We tend to avoid choosing apples with brown spots, assuming that they taste bad. But if we are to end food waste, we’ll need to upend that assumption. UCPH researcher emphasizes that there’s nothing wrong with oddly shaped or bruised apples.
Which bananas end up in your shopping basket— the uniformly yellow ones or those with brown spots?
If you are like most people, you skip the spotted ones and select those that are perfectly yellow. This is because emotions play an oversized role in our shopping decisions, according to a study by Danish and Swedish researchers.
Don’t eat moldy fruit
Even though you can easily eat a bruised apple or a brownspotted banana, you should never eat moldy or rotten foods.
“We choose food based upon an expectation of what it will taste like that is bound to our feelings. So, if we expect a brown banana to not match the taste of a yellow one, we opt for the latter,” explains Karin Wendin, an associate professor at University of Copenhagen’s Department of Food Science, and one of the researchers behind the study.
Approximately 716,000 tonnes of food are tossed out in Denmark every year—the majority of which are fruits and vegetables. Wendin laments this waste because brown fruit is not bad fruit:
“Bruised or oddly shaped fruit can easily be used. They usually taste just as good as nicely looking specimens. And in cases when an apple is bruised or a bit floury in texture, one can still use it for juice or pie. When an “ugly” piece of fruit gets tossed, it becomes food waste, which is a big problem— including financially. This is why we need to work on reevaluating our feelings about brown and oddly-shaped fruit,” she says.
The stickiness of a bad first impression
In the study, 130 participants were asked to rate a series of images of apples with varying appearances. Unsurprisingly, apples with deformities and imperfections ranked lowest in terms of how many participants wanted to eat them.
The participants then had to taste a different apple. This is when it became apparent that the bad first impression became sticky.
“When participants saw a photo of an ugly apple, and then tasted one that was green and perfect, they stuck by their belief that it tasted awful. This speaks to the extent to which our emotions and psychology factor in with taste sensations,” says Karin Wendin.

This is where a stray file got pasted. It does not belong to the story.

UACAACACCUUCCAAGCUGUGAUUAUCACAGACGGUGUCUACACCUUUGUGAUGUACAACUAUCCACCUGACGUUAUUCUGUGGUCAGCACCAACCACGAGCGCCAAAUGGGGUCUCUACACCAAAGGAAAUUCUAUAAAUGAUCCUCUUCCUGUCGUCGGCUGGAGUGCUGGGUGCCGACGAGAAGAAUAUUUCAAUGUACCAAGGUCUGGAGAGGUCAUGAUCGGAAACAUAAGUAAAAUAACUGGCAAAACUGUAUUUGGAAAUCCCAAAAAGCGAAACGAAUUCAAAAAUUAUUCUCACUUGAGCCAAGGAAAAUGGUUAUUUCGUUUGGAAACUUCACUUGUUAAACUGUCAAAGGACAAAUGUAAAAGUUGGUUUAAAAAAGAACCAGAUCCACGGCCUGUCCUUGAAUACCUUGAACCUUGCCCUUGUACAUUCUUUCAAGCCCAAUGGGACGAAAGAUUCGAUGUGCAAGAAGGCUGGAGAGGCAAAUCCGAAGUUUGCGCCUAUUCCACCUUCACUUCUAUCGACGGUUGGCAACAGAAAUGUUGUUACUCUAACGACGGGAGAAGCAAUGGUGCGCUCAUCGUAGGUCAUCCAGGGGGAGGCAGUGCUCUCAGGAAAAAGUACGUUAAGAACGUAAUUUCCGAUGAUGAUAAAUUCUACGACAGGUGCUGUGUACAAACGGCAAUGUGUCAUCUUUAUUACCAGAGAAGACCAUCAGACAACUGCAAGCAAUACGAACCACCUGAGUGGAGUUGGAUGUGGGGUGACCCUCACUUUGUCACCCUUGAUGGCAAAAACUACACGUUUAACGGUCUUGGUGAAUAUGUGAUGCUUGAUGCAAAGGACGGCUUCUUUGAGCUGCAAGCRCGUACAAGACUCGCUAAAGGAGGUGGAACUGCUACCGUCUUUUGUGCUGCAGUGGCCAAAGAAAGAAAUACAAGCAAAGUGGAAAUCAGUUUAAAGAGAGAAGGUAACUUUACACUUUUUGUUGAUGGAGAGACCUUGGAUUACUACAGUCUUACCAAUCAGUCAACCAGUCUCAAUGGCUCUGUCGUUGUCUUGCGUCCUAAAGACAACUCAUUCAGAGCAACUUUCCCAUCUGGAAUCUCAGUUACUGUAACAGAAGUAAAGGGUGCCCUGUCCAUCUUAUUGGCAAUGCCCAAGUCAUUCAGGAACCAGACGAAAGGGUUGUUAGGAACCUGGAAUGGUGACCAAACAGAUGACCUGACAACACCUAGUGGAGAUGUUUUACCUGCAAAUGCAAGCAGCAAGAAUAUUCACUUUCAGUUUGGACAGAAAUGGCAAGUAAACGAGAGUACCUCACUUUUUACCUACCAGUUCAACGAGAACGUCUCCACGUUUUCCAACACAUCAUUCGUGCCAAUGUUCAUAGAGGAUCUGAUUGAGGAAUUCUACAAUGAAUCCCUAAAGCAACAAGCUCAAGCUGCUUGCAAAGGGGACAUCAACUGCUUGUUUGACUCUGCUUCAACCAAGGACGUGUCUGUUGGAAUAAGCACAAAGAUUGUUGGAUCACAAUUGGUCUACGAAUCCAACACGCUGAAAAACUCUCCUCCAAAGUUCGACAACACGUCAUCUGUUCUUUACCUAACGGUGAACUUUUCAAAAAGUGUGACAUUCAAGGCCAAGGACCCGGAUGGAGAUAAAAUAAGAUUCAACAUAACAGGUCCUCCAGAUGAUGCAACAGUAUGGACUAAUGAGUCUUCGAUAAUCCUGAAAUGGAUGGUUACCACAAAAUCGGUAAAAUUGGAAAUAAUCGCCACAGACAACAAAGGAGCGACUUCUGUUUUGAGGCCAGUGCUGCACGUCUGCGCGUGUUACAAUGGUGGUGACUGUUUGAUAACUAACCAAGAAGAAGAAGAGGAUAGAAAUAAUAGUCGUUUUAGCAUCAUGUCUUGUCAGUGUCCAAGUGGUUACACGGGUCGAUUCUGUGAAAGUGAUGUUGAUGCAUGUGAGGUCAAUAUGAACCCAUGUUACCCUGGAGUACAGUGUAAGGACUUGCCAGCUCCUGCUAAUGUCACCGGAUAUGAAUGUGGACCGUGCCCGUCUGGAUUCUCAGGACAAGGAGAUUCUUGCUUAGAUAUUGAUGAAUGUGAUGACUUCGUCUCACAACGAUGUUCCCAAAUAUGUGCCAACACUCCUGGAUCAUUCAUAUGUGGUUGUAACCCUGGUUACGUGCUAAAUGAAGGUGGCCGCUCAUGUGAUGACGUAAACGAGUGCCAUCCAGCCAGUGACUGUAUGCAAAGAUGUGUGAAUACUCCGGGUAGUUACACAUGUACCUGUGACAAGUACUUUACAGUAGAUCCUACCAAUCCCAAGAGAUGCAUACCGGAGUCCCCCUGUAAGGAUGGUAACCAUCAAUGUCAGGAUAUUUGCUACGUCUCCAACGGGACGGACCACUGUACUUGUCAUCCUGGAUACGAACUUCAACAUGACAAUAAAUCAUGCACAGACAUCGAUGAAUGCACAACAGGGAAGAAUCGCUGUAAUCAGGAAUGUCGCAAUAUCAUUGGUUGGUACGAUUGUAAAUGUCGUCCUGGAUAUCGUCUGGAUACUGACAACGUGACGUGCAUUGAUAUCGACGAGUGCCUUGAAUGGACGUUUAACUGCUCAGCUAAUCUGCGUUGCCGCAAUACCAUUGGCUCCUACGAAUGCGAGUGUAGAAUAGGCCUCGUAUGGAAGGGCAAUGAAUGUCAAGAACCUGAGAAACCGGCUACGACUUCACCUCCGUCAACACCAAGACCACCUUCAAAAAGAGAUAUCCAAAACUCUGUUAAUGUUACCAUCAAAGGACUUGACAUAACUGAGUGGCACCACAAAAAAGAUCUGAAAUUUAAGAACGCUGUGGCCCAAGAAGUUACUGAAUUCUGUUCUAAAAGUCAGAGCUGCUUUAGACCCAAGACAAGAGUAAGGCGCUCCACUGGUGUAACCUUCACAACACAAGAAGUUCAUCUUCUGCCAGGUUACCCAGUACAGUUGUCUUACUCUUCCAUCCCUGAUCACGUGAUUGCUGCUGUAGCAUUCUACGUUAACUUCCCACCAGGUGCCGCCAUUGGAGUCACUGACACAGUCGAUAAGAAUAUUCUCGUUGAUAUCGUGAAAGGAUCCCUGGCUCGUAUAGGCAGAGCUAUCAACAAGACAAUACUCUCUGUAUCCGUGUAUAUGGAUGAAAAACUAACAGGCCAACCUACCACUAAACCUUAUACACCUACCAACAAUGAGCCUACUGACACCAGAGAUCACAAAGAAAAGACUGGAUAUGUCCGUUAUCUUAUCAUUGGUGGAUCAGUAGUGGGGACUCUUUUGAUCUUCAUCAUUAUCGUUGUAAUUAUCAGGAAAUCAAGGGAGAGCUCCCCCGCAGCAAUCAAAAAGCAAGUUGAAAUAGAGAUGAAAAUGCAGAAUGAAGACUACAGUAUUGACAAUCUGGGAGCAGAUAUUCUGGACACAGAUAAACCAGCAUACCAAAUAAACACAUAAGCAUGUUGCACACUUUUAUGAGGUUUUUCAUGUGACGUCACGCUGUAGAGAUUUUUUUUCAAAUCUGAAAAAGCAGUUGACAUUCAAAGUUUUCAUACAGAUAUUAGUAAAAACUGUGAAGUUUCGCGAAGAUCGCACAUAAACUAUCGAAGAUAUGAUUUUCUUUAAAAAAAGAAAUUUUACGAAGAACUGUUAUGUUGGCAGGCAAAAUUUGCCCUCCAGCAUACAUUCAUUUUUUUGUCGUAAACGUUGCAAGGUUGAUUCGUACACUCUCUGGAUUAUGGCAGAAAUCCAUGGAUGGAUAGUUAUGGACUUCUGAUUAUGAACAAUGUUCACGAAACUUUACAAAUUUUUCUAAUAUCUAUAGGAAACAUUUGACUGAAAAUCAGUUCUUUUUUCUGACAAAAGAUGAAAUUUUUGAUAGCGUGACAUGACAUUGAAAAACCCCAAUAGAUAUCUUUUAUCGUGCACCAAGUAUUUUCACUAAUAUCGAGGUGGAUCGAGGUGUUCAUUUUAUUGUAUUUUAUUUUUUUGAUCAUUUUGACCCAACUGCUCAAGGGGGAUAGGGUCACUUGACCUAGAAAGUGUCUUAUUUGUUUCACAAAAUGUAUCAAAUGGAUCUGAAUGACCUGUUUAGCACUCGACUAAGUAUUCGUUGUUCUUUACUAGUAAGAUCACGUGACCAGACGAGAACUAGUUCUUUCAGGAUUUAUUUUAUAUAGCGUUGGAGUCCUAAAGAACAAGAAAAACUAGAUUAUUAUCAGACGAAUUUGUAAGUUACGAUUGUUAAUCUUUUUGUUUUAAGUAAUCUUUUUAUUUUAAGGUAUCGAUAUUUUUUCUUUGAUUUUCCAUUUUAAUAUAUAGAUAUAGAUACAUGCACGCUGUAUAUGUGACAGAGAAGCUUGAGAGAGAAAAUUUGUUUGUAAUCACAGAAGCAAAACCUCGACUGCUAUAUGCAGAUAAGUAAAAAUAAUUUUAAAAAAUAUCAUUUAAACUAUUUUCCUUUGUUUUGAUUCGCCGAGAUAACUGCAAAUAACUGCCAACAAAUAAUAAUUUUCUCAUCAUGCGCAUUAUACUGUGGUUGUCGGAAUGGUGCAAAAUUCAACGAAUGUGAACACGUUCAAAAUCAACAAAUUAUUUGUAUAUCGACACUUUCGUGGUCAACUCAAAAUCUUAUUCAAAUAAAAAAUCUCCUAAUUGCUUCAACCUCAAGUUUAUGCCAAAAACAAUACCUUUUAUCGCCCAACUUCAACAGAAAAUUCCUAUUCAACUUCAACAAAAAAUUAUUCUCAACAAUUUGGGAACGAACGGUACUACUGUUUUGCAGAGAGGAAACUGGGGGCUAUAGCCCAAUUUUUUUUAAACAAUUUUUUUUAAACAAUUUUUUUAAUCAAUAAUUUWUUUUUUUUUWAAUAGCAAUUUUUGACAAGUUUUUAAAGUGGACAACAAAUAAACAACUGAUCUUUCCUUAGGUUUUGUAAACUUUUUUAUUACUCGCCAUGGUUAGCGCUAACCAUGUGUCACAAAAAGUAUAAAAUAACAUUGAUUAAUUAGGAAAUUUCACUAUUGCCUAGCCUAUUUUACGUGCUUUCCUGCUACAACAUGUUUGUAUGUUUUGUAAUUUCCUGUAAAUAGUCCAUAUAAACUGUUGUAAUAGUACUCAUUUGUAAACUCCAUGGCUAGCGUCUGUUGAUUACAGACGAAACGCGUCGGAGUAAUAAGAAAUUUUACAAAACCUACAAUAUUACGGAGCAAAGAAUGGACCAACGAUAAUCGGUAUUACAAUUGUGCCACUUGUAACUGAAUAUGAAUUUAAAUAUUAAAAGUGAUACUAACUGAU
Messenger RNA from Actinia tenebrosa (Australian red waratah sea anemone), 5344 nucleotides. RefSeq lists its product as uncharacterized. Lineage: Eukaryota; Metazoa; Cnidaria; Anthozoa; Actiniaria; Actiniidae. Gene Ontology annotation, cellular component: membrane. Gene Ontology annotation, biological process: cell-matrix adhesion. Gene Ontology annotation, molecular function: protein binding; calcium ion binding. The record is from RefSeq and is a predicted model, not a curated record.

“We remember negative feelings and expectations more than positive ones,” she elaborates.
Better communication about browning food can help limit food waste
This is why it is imperative that we discover strategies to disrupt the negative emotions associated with brown fruit. Karin Wendin explains in greater detail:
“As things stand, communication about our foods—and what is good or bad—does not work optimally. People don’t know where to seek advice and guidance. Few go online to investigate Nordic dietary recommendations on the Danish government’s website. Did you know, for example, that imperfect fruit is often cheaper than its more perfect neighbors, even though both products probably taste the same?” asks the food waste researcher.
This is why we need to help supermarkets communicate clearly about how to avoid food waste by grabbing an imperfect fruit, and also explore which platforms are most effective in getting messages about diet and food waste out to consumers, Karin Wendin believes.
“Or, should we instead communicate on social media, where people are and spend time on lifestyle issues? It would be interesting to dive into,” she concludes.
Reference: “In the eye of the beholder: Expected and actual liking for apples with visual imperfections” by Laura Andreea Bolos, Carl-Johan Lagerkvist, Anne Normann and Karin Wendin, 21 August 2020, Food Quality and Preference.